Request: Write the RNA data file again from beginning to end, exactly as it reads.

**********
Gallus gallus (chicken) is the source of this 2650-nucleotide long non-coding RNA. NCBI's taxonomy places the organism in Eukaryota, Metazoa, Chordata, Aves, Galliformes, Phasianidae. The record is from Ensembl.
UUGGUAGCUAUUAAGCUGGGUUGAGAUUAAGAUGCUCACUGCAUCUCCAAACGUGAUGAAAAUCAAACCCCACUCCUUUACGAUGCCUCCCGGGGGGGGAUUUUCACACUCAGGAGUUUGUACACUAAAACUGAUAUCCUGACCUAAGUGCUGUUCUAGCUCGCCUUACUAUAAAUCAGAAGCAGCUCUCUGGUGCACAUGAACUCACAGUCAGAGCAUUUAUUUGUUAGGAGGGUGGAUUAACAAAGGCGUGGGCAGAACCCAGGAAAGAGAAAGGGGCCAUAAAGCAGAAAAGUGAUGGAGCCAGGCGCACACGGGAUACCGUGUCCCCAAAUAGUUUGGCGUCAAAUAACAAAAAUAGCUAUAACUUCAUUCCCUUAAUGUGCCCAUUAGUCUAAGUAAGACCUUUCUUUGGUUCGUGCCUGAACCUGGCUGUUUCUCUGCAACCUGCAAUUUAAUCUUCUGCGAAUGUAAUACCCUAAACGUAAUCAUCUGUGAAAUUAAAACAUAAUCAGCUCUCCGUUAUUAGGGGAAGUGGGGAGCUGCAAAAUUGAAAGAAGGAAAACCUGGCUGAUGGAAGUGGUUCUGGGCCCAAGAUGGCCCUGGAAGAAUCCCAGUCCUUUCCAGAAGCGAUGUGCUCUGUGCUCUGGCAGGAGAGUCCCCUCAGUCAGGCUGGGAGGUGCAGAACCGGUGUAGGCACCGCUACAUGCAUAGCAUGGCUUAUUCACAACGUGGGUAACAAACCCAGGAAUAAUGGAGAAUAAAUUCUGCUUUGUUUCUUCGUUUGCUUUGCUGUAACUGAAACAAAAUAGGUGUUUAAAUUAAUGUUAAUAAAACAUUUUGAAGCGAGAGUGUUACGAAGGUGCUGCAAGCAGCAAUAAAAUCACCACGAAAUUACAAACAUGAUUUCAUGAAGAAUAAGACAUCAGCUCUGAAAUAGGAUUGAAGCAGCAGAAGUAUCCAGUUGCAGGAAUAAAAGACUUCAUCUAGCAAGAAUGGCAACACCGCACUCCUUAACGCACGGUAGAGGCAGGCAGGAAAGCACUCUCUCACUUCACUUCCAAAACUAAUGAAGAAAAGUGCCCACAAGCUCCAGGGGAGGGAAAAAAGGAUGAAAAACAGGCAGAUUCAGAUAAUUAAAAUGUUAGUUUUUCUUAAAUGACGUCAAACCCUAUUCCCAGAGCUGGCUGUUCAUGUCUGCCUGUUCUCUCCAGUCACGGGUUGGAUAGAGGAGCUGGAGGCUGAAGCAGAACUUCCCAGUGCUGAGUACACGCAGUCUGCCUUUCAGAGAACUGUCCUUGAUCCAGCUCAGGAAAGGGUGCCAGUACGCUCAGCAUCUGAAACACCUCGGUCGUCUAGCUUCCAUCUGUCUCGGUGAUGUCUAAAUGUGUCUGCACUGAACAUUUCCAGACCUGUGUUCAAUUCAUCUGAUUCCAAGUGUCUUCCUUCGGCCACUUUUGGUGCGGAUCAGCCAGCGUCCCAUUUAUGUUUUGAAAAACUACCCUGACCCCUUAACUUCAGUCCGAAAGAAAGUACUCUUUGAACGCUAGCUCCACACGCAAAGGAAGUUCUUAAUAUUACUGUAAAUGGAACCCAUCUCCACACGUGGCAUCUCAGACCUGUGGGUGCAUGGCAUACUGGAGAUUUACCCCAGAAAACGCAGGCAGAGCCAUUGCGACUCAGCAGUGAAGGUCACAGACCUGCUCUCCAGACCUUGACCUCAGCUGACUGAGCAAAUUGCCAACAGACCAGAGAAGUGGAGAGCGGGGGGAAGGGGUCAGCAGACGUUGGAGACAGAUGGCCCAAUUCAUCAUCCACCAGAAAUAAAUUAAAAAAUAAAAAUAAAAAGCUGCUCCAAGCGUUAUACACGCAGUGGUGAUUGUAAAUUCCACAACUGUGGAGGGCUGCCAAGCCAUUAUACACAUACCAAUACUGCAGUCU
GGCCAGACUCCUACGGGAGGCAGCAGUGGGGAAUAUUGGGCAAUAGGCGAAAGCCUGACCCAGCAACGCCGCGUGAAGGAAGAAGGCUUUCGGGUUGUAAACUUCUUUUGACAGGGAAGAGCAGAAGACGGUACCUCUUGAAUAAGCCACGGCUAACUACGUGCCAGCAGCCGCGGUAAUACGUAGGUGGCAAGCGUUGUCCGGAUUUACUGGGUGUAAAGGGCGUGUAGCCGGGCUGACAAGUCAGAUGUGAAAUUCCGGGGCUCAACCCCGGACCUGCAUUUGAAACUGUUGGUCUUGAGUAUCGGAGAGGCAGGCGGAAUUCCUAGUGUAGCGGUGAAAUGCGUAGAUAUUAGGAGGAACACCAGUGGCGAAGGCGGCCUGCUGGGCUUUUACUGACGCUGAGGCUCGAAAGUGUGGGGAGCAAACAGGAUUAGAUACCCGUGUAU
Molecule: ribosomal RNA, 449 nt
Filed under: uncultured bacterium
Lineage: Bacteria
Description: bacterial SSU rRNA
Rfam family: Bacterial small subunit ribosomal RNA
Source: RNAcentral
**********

Gallus gallus (chicken) is the source of this 2650-nucleotide long non-coding RNA. NCBI's taxonomy places the organism in Eukaryota, Metazoa, Chordata, Aves, Galliformes, Phasianidae. The record is from Ensembl.
UUGGUAGCUAUUAAGCUGGGUUGAGAUUAAGAUGCUCACUGCAUCUCCAAACGUGAUGAAAAUCAAACCCCACUCCUUUACGAUGCCUCCCGGGGGGGGAUUUUCACACUCAGGAGUUUGUACACUAAAACUGAUAUCCUGACCUAAGUGCUGUUCUAGCUCGCCUUACUAUAAAUCAGAAGCAGCUCUCUGGUGCACAUGAACUCACAGUCAGAGCAUUUAUUUGUUAGGAGGGUGGAUUAACAAAGGCGUGGGCAGAACCCAGGAAAGAGAAAGGGGCCAUAAAGCAGAAAAGUGAUGGAGCCAGGCGCACACGGGAUACCGUGUCCCCAAAUAGUUUGGCGUCAAAUAACAAAAAUAGCUAUAACUUCAUUCCCUUAAUGUGCCCAUUAGUCUAAGUAAGACCUUUCUUUGGUUCGUGCCUGAACCUGGCUGUUUCUCUGCAACCUGCAAUUUAAUCUUCUGCGAAUGUAAUACCCUAAACGUAAUCAUCUGUGAAAUUAAAACAUAAUCAGCUCUCCGUUAUUAGGGGAAGUGGGGAGCUGCAAAAUUGAAAGAAGGAAAACCUGGCUGAUGGAAGUGGUUCUGGGCCCAAGAUGGCCCUGGAAGAAUCCCAGUCCUUUCCAGAAGCGAUGUGCUCUGUGCUCUGGCAGGAGAGUCCCCUCAGUCAGGCUGGGAGGUGCAGAACCGGUGUAGGCACCGCUACAUGCAUAGCAUGGCUUAUUCACAACGUGGGUAACAAACCCAGGAAUAAUGGAGAAUAAAUUCUGCUUUGUUUCUUCGUUUGCUUUGCUGUAACUGAAACAAAAUAGGUGUUUAAAUUAAUGUUAAUAAAACAUUUUGAAGCGAGAGUGUUACGAAGGUGCUGCAAGCAGCAAUAAAAUCACCACGAAAUUACAAACAUGAUUUCAUGAAGAAUAAGACAUCAGCUCUGAAAUAGGAUUGAAGCAGCAGAAGUAUCCAGUUGCAGGAAUAAAAGACUUCAUCUAGCAAGAAUGGCAACACCGCACUCCUUAACGCACGGUAGAGGCAGGCAGGAAAGCACUCUCUCACUUCACUUCCAAAACUAAUGAAGAAAAGUGCCCACAAGCUCCAGGGGAGGGAAAAAAGGAUGAAAAACAGGCAGAUUCAGAUAAUUAAAAUGUUAGUUUUUCUUAAAUGACGUCAAACCCUAUUCCCAGAGCUGGCUGUUCAUGUCUGCCUGUUCUCUCCAGUCACGGGUUGGAUAGAGGAGCUGGAGGCUGAAGCAGAACUUCCCAGUGCUGAGUACACGCAGUCUGCCUUUCAGAGAACUGUCCUUGAUCCAGCUCAGGAAAGGGUGCCAGUACGCUCAGCAUCUGAAACACCUCGGUCGUCUAGCUUCCAUCUGUCUCGGUGAUGUCUAAAUGUGUCUGCACUGAACAUUUCCAGACCUGUGUUCAAUUCAUCUGAUUCCAAGUGUCUUCCUUCGGCCACUUUUGGUGCGGAUCAGCCAGCGUCCCAUUUAUGUUUUGAAAAACUACCCUGACCCCUUAACUUCAGUCCGAAAGAAAGUACUCUUUGAACGCUAGCUCCACACGCAAAGGAAGUUCUUAAUAUUACUGUAAAUGGAACCCAUCUCCACACGUGGCAUCUCAGACCUGUGGGUGCAUGGCAUACUGGAGAUUUACCCCAGAAAACGCAGGCAGAGCCAUUGCGACUCAGCAGUGAAGGUCACAGACCUGCUCUCCAGACCUUGACCUCAGCUGACUGAGCAAAUUGCCAACAGACCAGAGAAGUGGAGAGCGGGGGGAAGGGGUCAGCAGACGUUGGAGACAGAUGGCCCAAUUCAUCAUCCACCAGAAAUAAAUUAAAAAAUAAAAAUAAAAAGCUGCUCCAAGCGUUAUACACGCAGUGGUGAUUGUAAAUUCCACAACUGUGGAGGGCUGCCAAGCCAUUAUACACAUACCAAUACUGCAGUCU
GGCCAGACUCCUACGGGAGGCAGCAGUGGGGAAUAUUGGGCAAUAGGCGAAAGCCUGACCCAGCAACGCCGCGUGAAGGAAGAAGGCUUUCGGGUUGUAAACUUCUUUUGACAGGGAAGAGCAGAAGACGGUACCUCUUGAAUAAGCCACGGCUAACUACGUGCCAGCAGCCGCGGUAAUACGUAGGUGGCAAGCGUUGUCCGGAUUUACUGGGUGUAAAGGGCGUGUAGCCGGGCUGACAAGUCAGAUGUGAAAUUCCGGGGCUCAACCCCGGACCUGCAUUUGAAACUGUUGGUCUUGAGUAUCGGAGAGGCAGGCGGAAUUCCUAGUGUAGCGGUGAAAUGCGUAGAUAUUAGGAGGAACACCAGUGGCGAAGGCGGCCUGCUGGGCUUUUACUGACGCUGAGGCUCGAAAGUGUGGGGAGCAAACAGGAUUAGAUACCCGUGUAU
Molecule: ribosomal RNA, 449 nt
Filed under: uncultured bacterium
Lineage: Bacteria
Description: bacterial SSU rRNA
Rfam family: Bacterial small subunit ribosomal RNA
Source: RNAcentral